Imagine the sound system needed to emulate take off. Picture a 4000 watt sourond sound system with 1000 Watt transducers bolted to the floor and seats and a 2500 Watt servo driven 4 foot subwoofer mounted behind the back wall!

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    Re: Would anyone consider building a Discovery cockpit?

    I saw in the news that Seattle's museum of flight lost the bid for a shuttle but was awarded a shuttle SIMULATOR. I hope the public will be able to it operate, if they set it up. Hope they ask for volunteers to help. I will not pass that up.

    Andy

  8. #7
    500+ This must be a daytime job Ronson2k9's Avatar
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    Re: Would anyone consider building a Discovery cockpit?

    I think they may have more then one of the sims as the cockpit has changed over time. I also hope the shuttles all find a good home. They did so much for the program and to cut them up would be a crime. They do have a pretty good footprint though. I should think one will end up in Dayton OH. One at the Smithsonian. I would like to see one come to Canada. We did build the arm and many of flights included Canadian astronauts. They could be flown via piggyback 747.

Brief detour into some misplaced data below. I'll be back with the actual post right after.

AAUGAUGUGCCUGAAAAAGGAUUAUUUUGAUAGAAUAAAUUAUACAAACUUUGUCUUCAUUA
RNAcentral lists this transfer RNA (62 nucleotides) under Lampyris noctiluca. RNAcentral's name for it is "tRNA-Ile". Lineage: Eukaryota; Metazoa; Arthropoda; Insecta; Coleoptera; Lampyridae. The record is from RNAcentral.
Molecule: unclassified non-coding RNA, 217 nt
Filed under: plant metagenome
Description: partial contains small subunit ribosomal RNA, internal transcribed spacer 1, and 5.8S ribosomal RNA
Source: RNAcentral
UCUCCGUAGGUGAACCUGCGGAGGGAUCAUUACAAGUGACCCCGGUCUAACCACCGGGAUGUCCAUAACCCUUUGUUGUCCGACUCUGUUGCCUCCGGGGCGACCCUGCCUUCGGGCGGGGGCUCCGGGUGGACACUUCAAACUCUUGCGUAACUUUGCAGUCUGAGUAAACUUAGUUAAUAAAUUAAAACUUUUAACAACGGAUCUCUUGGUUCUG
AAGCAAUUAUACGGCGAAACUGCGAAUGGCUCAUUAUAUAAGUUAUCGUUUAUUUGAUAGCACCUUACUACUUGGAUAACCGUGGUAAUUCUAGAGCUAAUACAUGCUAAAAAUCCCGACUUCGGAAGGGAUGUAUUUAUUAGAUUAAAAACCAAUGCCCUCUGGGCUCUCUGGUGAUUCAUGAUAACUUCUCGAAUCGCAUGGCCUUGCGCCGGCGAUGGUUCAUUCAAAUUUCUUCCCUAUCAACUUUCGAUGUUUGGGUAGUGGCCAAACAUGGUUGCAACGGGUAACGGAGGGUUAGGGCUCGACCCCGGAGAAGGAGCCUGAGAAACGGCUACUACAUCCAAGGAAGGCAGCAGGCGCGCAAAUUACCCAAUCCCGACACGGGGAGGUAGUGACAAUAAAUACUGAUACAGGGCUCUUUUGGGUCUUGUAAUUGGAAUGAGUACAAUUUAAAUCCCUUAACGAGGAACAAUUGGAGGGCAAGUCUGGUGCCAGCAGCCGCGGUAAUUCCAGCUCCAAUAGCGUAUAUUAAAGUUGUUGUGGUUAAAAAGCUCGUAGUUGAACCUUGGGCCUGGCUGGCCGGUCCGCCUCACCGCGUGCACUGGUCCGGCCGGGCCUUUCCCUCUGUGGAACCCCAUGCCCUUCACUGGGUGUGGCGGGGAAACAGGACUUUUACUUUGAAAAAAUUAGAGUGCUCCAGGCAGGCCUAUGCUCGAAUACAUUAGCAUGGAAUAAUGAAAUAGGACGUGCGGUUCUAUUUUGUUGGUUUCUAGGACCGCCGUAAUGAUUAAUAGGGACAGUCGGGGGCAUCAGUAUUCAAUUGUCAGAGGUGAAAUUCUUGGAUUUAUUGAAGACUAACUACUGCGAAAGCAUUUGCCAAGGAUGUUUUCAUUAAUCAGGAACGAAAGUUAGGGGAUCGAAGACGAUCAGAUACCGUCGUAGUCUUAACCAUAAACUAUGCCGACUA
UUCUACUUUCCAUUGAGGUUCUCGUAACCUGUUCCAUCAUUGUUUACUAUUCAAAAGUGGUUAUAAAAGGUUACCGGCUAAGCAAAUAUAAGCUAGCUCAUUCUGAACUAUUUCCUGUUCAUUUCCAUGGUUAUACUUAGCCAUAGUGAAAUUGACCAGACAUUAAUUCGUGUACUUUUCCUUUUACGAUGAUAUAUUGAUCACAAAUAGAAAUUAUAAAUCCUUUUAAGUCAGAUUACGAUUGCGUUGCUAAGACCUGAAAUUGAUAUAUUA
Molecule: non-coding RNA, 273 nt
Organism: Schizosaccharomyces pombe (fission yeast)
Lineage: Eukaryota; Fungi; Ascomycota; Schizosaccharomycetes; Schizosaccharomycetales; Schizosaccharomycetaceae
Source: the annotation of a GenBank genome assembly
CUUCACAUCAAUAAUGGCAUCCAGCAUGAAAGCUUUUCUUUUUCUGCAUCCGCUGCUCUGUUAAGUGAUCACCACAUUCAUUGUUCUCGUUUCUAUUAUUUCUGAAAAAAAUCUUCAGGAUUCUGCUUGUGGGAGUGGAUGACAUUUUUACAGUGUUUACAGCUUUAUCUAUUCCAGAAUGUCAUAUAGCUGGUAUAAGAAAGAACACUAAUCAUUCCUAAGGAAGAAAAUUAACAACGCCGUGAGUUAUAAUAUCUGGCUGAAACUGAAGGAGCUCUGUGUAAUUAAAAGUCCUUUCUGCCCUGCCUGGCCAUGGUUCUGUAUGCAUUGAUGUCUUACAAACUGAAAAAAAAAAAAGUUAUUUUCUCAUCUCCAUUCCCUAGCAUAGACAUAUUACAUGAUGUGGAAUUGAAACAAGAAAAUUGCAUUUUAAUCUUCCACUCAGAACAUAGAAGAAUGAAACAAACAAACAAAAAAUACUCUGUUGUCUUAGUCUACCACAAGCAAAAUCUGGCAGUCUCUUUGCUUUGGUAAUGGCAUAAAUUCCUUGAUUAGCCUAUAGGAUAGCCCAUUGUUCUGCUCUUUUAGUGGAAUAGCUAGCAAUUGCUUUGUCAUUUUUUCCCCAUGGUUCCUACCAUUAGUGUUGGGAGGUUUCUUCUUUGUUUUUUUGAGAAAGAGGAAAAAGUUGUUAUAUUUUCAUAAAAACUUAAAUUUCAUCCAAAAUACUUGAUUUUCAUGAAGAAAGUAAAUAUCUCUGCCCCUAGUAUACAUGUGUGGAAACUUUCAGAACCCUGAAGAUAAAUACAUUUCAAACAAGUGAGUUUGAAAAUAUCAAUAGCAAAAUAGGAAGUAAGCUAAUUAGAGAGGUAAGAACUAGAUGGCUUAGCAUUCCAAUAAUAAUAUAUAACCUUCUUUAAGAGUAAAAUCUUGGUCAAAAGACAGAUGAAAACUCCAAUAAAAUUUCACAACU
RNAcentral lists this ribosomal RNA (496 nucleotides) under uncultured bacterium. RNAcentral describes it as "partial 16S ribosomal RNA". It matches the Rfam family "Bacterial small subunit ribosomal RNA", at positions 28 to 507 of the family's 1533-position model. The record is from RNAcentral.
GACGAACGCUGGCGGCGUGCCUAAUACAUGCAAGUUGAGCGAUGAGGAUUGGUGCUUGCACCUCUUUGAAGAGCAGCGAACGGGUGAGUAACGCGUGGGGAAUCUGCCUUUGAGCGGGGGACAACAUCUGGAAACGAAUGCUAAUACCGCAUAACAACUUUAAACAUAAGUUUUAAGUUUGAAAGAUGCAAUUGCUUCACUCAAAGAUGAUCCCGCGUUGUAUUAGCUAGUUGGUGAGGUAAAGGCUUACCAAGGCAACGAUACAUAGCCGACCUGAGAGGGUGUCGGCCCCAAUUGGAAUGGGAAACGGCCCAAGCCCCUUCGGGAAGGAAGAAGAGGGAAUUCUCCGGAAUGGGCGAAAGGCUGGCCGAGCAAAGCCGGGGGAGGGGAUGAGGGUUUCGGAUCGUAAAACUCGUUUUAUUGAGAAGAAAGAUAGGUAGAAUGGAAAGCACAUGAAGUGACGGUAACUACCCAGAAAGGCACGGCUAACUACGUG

Even in zero G the shuttle would still exert forces on the astronauts during maneuvers. I would think that these forces would be even a finer feeling as earths gravity or wind resistance is not a factor. Purely based on what the shuttle is doing.

    I was in a shuttle simulator kind of when I was younger. They had this amusement ride at the bottom of the CN Tower 'in the basement'. Yep it has one. The ride was called Journey to Jupiter. Now before you all role your eyes and go ya right. The ride was in a Level D 747 simulator that had been converted to look like the interior of a shuttle. It held about 10 people at a time. We didn't control the ride. No pilot, co-pilot. It simulated a shuttle trip to Jupiter. Me being a kid and into simulators, space, etc. I really couldn't resist. What struck me the most was the nuances that they could convey in this sim. The bumps in the tarmac the vibration from the engines and so on. They did rotate the sim can't tell you the angle but that happened first (long before the trip began) about 5 minutes ahead.